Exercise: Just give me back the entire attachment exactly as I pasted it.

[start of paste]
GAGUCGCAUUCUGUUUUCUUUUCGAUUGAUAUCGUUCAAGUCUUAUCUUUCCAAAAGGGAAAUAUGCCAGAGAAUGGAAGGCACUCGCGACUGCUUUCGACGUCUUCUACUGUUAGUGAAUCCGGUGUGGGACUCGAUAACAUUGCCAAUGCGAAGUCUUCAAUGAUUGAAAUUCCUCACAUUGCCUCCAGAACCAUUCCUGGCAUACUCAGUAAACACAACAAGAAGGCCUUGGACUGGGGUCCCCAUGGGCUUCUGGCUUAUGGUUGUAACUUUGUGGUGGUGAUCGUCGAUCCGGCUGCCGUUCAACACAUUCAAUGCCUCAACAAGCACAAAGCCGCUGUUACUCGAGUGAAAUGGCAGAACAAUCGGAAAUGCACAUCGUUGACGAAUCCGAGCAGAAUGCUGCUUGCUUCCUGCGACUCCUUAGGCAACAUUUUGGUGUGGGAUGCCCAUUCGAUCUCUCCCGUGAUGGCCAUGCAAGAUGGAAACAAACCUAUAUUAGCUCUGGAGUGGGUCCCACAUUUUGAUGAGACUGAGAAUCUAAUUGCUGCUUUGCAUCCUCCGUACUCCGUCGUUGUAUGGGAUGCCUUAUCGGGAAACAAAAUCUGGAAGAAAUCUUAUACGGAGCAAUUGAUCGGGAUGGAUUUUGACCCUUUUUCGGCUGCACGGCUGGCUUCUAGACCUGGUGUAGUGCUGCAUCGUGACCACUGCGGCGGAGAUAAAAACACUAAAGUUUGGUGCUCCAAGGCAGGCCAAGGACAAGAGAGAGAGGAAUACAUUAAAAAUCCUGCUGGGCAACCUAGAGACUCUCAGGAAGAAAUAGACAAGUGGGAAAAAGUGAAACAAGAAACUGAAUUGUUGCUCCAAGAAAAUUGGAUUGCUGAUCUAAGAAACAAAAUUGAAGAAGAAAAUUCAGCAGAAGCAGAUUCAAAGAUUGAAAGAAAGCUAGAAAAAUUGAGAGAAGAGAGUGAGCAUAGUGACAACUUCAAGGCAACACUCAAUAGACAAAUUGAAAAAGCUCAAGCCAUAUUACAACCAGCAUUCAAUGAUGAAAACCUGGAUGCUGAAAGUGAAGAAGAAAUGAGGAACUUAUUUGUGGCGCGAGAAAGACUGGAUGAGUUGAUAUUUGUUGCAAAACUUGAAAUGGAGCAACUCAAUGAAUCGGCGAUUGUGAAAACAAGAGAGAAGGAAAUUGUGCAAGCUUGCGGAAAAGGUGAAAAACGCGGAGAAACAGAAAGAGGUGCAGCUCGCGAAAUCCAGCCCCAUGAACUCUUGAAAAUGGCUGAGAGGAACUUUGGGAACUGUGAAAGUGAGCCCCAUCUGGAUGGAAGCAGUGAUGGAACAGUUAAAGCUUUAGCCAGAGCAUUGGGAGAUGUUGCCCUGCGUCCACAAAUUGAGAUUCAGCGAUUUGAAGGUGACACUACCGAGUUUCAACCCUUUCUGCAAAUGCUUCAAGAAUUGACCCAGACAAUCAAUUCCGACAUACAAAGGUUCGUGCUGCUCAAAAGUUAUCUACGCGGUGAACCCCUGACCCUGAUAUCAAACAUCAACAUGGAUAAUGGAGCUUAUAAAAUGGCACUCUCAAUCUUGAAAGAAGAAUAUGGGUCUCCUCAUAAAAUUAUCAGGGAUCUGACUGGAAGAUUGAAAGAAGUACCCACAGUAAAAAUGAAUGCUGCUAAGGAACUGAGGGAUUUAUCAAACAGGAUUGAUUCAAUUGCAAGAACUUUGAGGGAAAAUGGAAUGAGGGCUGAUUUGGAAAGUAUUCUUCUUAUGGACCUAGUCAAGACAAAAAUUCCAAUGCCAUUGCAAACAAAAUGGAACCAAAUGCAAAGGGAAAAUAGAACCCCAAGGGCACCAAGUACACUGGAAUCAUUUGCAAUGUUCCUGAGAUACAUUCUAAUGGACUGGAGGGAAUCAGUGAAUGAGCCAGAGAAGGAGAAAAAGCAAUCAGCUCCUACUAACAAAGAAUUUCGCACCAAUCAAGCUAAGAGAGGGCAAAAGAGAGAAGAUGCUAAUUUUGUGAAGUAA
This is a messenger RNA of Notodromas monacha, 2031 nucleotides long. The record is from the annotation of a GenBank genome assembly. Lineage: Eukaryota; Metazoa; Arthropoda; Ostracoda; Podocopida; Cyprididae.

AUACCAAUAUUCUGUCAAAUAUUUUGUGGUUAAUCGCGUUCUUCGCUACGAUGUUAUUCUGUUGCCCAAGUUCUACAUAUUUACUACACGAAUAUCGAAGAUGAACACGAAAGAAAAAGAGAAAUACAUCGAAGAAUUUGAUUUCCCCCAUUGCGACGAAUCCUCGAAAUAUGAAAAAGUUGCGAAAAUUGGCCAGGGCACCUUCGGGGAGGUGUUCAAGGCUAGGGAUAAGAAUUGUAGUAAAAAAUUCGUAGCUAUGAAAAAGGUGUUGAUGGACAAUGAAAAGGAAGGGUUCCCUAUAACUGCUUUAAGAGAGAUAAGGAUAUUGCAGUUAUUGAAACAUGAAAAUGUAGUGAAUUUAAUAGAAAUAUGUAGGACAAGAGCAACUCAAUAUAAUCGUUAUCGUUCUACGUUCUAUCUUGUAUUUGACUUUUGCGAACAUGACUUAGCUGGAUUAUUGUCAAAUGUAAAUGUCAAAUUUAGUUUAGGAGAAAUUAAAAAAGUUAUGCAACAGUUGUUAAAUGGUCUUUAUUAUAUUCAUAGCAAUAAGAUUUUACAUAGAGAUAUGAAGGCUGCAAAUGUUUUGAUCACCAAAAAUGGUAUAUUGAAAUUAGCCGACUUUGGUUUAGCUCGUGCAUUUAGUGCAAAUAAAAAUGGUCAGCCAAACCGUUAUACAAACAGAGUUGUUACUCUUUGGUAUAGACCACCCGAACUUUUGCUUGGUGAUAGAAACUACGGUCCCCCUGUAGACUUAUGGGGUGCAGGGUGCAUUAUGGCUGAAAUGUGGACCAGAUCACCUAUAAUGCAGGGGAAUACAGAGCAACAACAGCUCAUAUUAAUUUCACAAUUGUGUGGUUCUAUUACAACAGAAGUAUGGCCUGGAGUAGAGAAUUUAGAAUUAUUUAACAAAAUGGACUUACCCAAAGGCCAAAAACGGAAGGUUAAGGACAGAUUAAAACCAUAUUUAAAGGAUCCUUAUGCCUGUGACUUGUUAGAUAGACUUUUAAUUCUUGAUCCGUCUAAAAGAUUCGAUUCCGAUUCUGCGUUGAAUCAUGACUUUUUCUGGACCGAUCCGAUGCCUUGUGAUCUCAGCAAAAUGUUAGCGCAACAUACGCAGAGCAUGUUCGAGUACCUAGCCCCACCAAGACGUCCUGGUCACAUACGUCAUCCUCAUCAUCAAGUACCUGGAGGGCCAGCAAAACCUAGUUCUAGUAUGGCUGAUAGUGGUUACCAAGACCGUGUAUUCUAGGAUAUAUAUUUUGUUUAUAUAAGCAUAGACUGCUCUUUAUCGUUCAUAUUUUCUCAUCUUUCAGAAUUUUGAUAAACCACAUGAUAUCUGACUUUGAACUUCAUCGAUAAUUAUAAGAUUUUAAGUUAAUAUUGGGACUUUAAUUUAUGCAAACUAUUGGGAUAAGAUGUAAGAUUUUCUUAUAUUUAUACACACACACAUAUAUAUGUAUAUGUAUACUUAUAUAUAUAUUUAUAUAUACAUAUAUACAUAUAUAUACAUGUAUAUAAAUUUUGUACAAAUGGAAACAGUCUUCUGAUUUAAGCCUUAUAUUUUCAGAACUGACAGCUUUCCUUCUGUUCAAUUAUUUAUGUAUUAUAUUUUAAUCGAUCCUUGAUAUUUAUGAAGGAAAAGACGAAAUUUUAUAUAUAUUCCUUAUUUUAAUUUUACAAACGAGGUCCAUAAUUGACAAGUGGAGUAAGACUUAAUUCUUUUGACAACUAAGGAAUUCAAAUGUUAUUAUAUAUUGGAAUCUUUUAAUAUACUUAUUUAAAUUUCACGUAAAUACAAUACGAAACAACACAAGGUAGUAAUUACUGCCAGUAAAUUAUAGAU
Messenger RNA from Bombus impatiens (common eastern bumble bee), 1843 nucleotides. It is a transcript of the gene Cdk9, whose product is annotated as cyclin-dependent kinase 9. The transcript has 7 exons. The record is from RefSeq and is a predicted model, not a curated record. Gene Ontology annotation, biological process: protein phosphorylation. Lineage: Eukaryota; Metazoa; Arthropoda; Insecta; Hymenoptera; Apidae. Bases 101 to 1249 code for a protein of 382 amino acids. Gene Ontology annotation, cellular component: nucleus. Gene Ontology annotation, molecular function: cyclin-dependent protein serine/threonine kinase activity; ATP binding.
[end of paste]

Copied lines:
GAGUCGCAUUCUGUUUUCUUUUCGAUUGAUAUCGUUCAAGUCUUAUCUUUCCAAAAGGGAAAUAUGCCAGAGAAUGGAAGGCACUCGCGACUGCUUUCGACGUCUUCUACUGUUAGUGAAUCCGGUGUGGGACUCGAUAACAUUGCCAAUGCGAAGUCUUCAAUGAUUGAAAUUCCUCACAUUGCCUCCAGAACCAUUCCUGGCAUACUCAGUAAACACAACAAGAAGGCCUUGGACUGGGGUCCCCAUGGGCUUCUGGCUUAUGGUUGUAACUUUGUGGUGGUGAUCGUCGAUCCGGCUGCCGUUCAACACAUUCAAUGCCUCAACAAGCACAAAGCCGCUGUUACUCGAGUGAAAUGGCAGAACAAUCGGAAAUGCACAUCGUUGACGAAUCCGAGCAGAAUGCUGCUUGCUUCCUGCGACUCCUUAGGCAACAUUUUGGUGUGGGAUGCCCAUUCGAUCUCUCCCGUGAUGGCCAUGCAAGAUGGAAACAAACCUAUAUUAGCUCUGGAGUGGGUCCCACAUUUUGAUGAGACUGAGAAUCUAAUUGCUGCUUUGCAUCCUCCGUACUCCGUCGUUGUAUGGGAUGCCUUAUCGGGAAACAAAAUCUGGAAGAAAUCUUAUACGGAGCAAUUGAUCGGGAUGGAUUUUGACCCUUUUUCGGCUGCACGGCUGGCUUCUAGACCUGGUGUAGUGCUGCAUCGUGACCACUGCGGCGGAGAUAAAAACACUAAAGUUUGGUGCUCCAAGGCAGGCCAAGGACAAGAGAGAGAGGAAUACAUUAAAAAUCCUGCUGGGCAACCUAGAGACUCUCAGGAAGAAAUAGACAAGUGGGAAAAAGUGAAACAAGAAACUGAAUUGUUGCUCCAAGAAAAUUGGAUUGCUGAUCUAAGAAACAAAAUUGAAGAAGAAAAUUCAGCAGAAGCAGAUUCAAAGAUUGAAAGAAAGCUAGAAAAAUUGAGAGAAGAGAGUGAGCAUAGUGACAACUUCAAGGCAACACUCAAUAGACAAAUUGAAAAAGCUCAAGCCAUAUUACAACCAGCAUUCAAUGAUGAAAACCUGGAUGCUGAAAGUGAAGAAGAAAUGAGGAACUUAUUUGUGGCGCGAGAAAGACUGGAUGAGUUGAUAUUUGUUGCAAAACUUGAAAUGGAGCAACUCAAUGAAUCGGCGAUUGUGAAAACAAGAGAGAAGGAAAUUGUGCAAGCUUGCGGAAAAGGUGAAAAACGCGGAGAAACAGAAAGAGGUGCAGCUCGCGAAAUCCAGCCCCAUGAACUCUUGAAAAUGGCUGAGAGGAACUUUGGGAACUGUGAAAGUGAGCCCCAUCUGGAUGGAAGCAGUGAUGGAACAGUUAAAGCUUUAGCCAGAGCAUUGGGAGAUGUUGCCCUGCGUCCACAAAUUGAGAUUCAGCGAUUUGAAGGUGACACUACCGAGUUUCAACCCUUUCUGCAAAUGCUUCAAGAAUUGACCCAGACAAUCAAUUCCGACAUACAAAGGUUCGUGCUGCUCAAAAGUUAUCUACGCGGUGAACCCCUGACCCUGAUAUCAAACAUCAACAUGGAUAAUGGAGCUUAUAAAAUGGCACUCUCAAUCUUGAAAGAAGAAUAUGGGUCUCCUCAUAAAAUUAUCAGGGAUCUGACUGGAAGAUUGAAAGAAGUACCCACAGUAAAAAUGAAUGCUGCUAAGGAACUGAGGGAUUUAUCAAACAGGAUUGAUUCAAUUGCAAGAACUUUGAGGGAAAAUGGAAUGAGGGCUGAUUUGGAAAGUAUUCUUCUUAUGGACCUAGUCAAGACAAAAAUUCCAAUGCCAUUGCAAACAAAAUGGAACCAAAUGCAAAGGGAAAAUAGAACCCCAAGGGCACCAAGUACACUGGAAUCAUUUGCAAUGUUCCUGAGAUACAUUCUAAUGGACUGGAGGGAAUCAGUGAAUGAGCCAGAGAAGGAGAAAAAGCAAUCAGCUCCUACUAACAAAGAAUUUCGCACCAAUCAAGCUAAGAGAGGGCAAAAGAGAGAAGAUGCUAAUUUUGUGAAGUAA
This is a messenger RNA of Notodromas monacha, 2031 nucleotides long. The record is from the annotation of a GenBank genome assembly. Lineage: Eukaryota; Metazoa; Arthropoda; Ostracoda; Podocopida; Cyprididae.

AUACCAAUAUUCUGUCAAAUAUUUUGUGGUUAAUCGCGUUCUUCGCUACGAUGUUAUUCUGUUGCCCAAGUUCUACAUAUUUACUACACGAAUAUCGAAGAUGAACACGAAAGAAAAAGAGAAAUACAUCGAAGAAUUUGAUUUCCCCCAUUGCGACGAAUCCUCGAAAUAUGAAAAAGUUGCGAAAAUUGGCCAGGGCACCUUCGGGGAGGUGUUCAAGGCUAGGGAUAAGAAUUGUAGUAAAAAAUUCGUAGCUAUGAAAAAGGUGUUGAUGGACAAUGAAAAGGAAGGGUUCCCUAUAACUGCUUUAAGAGAGAUAAGGAUAUUGCAGUUAUUGAAACAUGAAAAUGUAGUGAAUUUAAUAGAAAUAUGUAGGACAAGAGCAACUCAAUAUAAUCGUUAUCGUUCUACGUUCUAUCUUGUAUUUGACUUUUGCGAACAUGACUUAGCUGGAUUAUUGUCAAAUGUAAAUGUCAAAUUUAGUUUAGGAGAAAUUAAAAAAGUUAUGCAACAGUUGUUAAAUGGUCUUUAUUAUAUUCAUAGCAAUAAGAUUUUACAUAGAGAUAUGAAGGCUGCAAAUGUUUUGAUCACCAAAAAUGGUAUAUUGAAAUUAGCCGACUUUGGUUUAGCUCGUGCAUUUAGUGCAAAUAAAAAUGGUCAGCCAAACCGUUAUACAAACAGAGUUGUUACUCUUUGGUAUAGACCACCCGAACUUUUGCUUGGUGAUAGAAACUACGGUCCCCCUGUAGACUUAUGGGGUGCAGGGUGCAUUAUGGCUGAAAUGUGGACCAGAUCACCUAUAAUGCAGGGGAAUACAGAGCAACAACAGCUCAUAUUAAUUUCACAAUUGUGUGGUUCUAUUACAACAGAAGUAUGGCCUGGAGUAGAGAAUUUAGAAUUAUUUAACAAAAUGGACUUACCCAAAGGCCAAAAACGGAAGGUUAAGGACAGAUUAAAACCAUAUUUAAAGGAUCCUUAUGCCUGUGACUUGUUAGAUAGACUUUUAAUUCUUGAUCCGUCUAAAAGAUUCGAUUCCGAUUCUGCGUUGAAUCAUGACUUUUUCUGGACCGAUCCGAUGCCUUGUGAUCUCAGCAAAAUGUUAGCGCAACAUACGCAGAGCAUGUUCGAGUACCUAGCCCCACCAAGACGUCCUGGUCACAUACGUCAUCCUCAUCAUCAAGUACCUGGAGGGCCAGCAAAACCUAGUUCUAGUAUGGCUGAUAGUGGUUACCAAGACCGUGUAUUCUAGGAUAUAUAUUUUGUUUAUAUAAGCAUAGACUGCUCUUUAUCGUUCAUAUUUUCUCAUCUUUCAGAAUUUUGAUAAACCACAUGAUAUCUGACUUUGAACUUCAUCGAUAAUUAUAAGAUUUUAAGUUAAUAUUGGGACUUUAAUUUAUGCAAACUAUUGGGAUAAGAUGUAAGAUUUUCUUAUAUUUAUACACACACACAUAUAUAUGUAUAUGUAUACUUAUAUAUAUAUUUAUAUAUACAUAUAUACAUAUAUAUACAUGUAUAUAAAUUUUGUACAAAUGGAAACAGUCUUCUGAUUUAAGCCUUAUAUUUUCAGAACUGACAGCUUUCCUUCUGUUCAAUUAUUUAUGUAUUAUAUUUUAAUCGAUCCUUGAUAUUUAUGAAGGAAAAGACGAAAUUUUAUAUAUAUUCCUUAUUUUAAUUUUACAAACGAGGUCCAUAAUUGACAAGUGGAGUAAGACUUAAUUCUUUUGACAACUAAGGAAUUCAAAUGUUAUUAUAUAUUGGAAUCUUUUAAUAUACUUAUUUAAAUUUCACGUAAAUACAAUACGAAACAACACAAGGUAGUAAUUACUGCCAGUAAAUUAUAGAU
Messenger RNA from Bombus impatiens (common eastern bumble bee), 1843 nucleotides. It is a transcript of the gene Cdk9, whose product is annotated as cyclin-dependent kinase 9. The transcript has 7 exons. The record is from RefSeq and is a predicted model, not a curated record. Gene Ontology annotation, biological process: protein phosphorylation. Lineage: Eukaryota; Metazoa; Arthropoda; Insecta; Hymenoptera; Apidae. Bases 101 to 1249 code for a protein of 382 amino acids. Gene Ontology annotation, cellular component: nucleus. Gene Ontology annotation, molecular function: cyclin-dependent protein serine/threonine kinase activity; ATP binding.